The earliest known inhabitants of the region we call the Holy Land (bounded by the Jordan River, the Mediterranean, Lebanon, and the Sinai Peninsula) were the Canaanites. Under Joshua's leadership, the Hebrews conquered Canaan around 1250 B.C. Over the centuries, the land's rulers have included the Egyptians, Assyrians, Babylonians, Persians, Greeks, Seleucids, Romans, Fatimids, Sljuks, the Crusaders, Saracens, Mamelukes, and—after the Ottoman Empire victory in 1517—Turks.
The first Zionist immigrants moved to Palestine in 1878 to form an agricultural colony. An Israel-friendly Britain took over Palestine during World War I, promising Zionist immigrants "the establishment in Palestine of a national home for the Jewish people." When hostility between Arabs and Jews erupted, the British-appointed Peel Commission, after exhaustive research, declared that Arabs and Jews could never coexist peacefully; it recommended dividing Palestine into a small Jewish state, a much larger Arab state, and a British-governed neutral state. When Israelis accepted the plan and Arabs did not, the British made plans to abandon Palestine. A timeline of events since:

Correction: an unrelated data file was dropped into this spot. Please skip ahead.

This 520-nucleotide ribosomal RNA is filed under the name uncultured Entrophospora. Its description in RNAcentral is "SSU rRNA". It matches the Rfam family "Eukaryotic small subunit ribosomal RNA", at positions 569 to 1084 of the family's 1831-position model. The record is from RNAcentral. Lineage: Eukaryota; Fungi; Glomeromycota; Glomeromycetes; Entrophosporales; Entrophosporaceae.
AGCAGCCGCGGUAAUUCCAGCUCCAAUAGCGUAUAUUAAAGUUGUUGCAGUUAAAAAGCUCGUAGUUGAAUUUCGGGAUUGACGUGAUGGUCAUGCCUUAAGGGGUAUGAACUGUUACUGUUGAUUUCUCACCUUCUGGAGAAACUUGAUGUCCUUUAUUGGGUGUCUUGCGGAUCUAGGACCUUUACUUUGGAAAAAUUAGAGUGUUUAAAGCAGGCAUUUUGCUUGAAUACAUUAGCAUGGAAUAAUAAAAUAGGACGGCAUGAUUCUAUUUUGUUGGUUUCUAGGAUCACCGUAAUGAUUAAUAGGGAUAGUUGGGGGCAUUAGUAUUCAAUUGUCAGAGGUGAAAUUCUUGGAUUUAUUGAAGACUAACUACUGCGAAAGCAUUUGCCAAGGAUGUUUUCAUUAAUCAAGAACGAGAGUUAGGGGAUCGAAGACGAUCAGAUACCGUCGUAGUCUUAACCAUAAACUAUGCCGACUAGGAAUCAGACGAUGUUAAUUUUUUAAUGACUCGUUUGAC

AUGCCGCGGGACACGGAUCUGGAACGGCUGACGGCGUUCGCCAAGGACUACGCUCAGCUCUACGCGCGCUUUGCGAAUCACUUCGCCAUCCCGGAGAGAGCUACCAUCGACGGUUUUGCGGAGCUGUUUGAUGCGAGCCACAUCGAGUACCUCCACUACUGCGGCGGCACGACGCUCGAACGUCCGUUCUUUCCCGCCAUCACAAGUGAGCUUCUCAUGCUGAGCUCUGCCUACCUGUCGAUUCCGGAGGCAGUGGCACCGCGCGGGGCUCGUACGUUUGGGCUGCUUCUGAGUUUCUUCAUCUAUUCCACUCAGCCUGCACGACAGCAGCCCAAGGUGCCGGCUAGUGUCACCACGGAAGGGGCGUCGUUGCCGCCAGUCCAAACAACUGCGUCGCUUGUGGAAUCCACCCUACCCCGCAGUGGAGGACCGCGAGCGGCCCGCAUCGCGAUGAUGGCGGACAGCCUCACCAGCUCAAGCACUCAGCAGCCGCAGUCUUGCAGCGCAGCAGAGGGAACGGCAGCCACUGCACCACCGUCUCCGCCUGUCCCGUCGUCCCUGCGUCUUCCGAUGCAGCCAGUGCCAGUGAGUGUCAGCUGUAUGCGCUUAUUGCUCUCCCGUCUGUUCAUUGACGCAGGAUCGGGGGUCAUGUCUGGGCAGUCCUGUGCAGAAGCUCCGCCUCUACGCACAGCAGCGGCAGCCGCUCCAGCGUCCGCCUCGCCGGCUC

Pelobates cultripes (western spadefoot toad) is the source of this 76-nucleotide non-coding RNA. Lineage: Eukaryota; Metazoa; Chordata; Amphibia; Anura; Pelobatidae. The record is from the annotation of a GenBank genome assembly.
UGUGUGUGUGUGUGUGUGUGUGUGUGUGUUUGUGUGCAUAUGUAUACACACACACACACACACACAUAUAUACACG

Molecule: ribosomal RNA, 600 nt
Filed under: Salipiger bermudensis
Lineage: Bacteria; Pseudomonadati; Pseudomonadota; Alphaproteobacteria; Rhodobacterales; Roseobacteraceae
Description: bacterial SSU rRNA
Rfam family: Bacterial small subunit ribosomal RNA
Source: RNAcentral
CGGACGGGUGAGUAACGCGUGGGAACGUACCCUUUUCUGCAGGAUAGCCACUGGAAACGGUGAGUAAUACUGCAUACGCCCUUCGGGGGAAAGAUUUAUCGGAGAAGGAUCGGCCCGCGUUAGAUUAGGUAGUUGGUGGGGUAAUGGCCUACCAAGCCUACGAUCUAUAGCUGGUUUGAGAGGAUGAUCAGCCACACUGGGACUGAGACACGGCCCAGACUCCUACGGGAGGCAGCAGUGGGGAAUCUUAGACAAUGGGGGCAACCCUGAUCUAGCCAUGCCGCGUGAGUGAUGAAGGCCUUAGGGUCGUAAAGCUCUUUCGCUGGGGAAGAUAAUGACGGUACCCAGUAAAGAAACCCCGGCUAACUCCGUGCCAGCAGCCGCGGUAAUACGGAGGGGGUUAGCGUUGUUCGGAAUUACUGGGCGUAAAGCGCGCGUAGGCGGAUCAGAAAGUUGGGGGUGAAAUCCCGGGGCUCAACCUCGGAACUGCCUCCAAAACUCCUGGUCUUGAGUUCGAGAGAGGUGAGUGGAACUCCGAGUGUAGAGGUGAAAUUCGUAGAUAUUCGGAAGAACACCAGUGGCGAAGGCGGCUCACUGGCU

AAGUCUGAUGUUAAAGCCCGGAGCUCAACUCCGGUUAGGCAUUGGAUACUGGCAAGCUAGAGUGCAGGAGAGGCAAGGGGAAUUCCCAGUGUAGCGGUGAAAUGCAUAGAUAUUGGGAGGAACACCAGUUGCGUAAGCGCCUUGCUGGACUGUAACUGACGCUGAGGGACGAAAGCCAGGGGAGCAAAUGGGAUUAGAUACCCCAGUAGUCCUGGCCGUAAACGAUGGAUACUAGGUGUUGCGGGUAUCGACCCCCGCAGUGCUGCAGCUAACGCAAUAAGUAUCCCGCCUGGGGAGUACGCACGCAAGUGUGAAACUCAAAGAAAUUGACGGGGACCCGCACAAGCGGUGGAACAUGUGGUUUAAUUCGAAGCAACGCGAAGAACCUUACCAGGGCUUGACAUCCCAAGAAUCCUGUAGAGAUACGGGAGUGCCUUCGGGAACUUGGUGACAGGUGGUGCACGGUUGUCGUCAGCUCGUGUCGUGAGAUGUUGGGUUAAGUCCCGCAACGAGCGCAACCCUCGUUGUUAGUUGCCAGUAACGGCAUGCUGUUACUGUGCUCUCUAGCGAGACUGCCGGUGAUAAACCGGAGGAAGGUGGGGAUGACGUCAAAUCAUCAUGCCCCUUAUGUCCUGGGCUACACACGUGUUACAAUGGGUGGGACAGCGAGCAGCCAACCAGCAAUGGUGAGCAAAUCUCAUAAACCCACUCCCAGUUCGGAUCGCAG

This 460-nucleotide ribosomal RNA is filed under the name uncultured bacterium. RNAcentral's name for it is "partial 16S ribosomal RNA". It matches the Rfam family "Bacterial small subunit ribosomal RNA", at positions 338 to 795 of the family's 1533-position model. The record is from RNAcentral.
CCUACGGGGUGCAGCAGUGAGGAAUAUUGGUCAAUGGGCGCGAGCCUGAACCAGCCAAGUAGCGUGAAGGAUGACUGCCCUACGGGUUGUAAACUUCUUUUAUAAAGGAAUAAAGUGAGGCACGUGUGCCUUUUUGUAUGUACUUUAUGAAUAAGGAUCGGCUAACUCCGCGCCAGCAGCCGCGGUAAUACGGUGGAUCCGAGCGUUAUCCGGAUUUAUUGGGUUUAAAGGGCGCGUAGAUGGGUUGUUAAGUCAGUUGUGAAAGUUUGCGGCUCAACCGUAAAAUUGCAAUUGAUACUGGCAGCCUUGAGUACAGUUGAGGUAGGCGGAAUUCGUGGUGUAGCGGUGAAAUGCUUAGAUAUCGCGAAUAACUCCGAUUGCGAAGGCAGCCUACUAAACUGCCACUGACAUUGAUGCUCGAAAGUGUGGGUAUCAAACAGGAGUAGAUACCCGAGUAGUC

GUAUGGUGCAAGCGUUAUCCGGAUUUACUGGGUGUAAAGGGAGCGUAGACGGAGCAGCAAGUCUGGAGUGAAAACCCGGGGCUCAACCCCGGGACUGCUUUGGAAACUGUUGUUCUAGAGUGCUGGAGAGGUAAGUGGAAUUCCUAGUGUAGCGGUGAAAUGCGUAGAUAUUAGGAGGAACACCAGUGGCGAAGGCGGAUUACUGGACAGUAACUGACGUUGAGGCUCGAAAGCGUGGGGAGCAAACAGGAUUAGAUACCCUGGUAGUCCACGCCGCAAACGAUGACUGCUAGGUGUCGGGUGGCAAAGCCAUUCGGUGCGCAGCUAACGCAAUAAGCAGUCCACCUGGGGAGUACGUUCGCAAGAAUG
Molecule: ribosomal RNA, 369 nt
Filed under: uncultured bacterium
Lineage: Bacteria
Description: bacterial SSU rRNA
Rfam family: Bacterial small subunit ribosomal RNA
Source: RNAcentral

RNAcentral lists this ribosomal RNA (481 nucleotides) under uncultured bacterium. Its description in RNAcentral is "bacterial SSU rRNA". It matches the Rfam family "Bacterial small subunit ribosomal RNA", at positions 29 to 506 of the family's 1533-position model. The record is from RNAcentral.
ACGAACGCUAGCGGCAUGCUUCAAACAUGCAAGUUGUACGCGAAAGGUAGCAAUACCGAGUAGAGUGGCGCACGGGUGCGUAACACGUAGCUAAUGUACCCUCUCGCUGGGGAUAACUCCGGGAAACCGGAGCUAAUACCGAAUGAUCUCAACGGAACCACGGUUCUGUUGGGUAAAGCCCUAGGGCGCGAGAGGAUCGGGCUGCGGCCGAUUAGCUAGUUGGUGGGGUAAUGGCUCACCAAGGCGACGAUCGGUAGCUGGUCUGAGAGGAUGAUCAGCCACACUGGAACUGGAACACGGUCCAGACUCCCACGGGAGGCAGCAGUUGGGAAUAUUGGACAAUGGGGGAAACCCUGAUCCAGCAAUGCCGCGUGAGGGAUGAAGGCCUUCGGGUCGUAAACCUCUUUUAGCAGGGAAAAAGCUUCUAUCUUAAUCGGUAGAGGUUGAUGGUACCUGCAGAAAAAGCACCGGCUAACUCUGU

Zionist leader David Ben-Gurion declares Israel a state and the first Arab-Israeli war erupts as Lebanon, Syria, Transjordan, Egypt, and Iraq invade the new country.
During the Six-Day War, Israel takes the Sinai and Gaza from Egypt, the Golan Heights from Syria, and the West Bank and Jerusalem from Jordan.
Egypt and Syria strike Israel on Yom Kippur, Israel's holiest fast day.
During negotiations led by President Jimmy Carter at Camp David, Israel agrees to return the Sinai to Egypt in exchange for Egypt's recognition of Israel.
1982 Israeli armies invade Lebanon and force ...1
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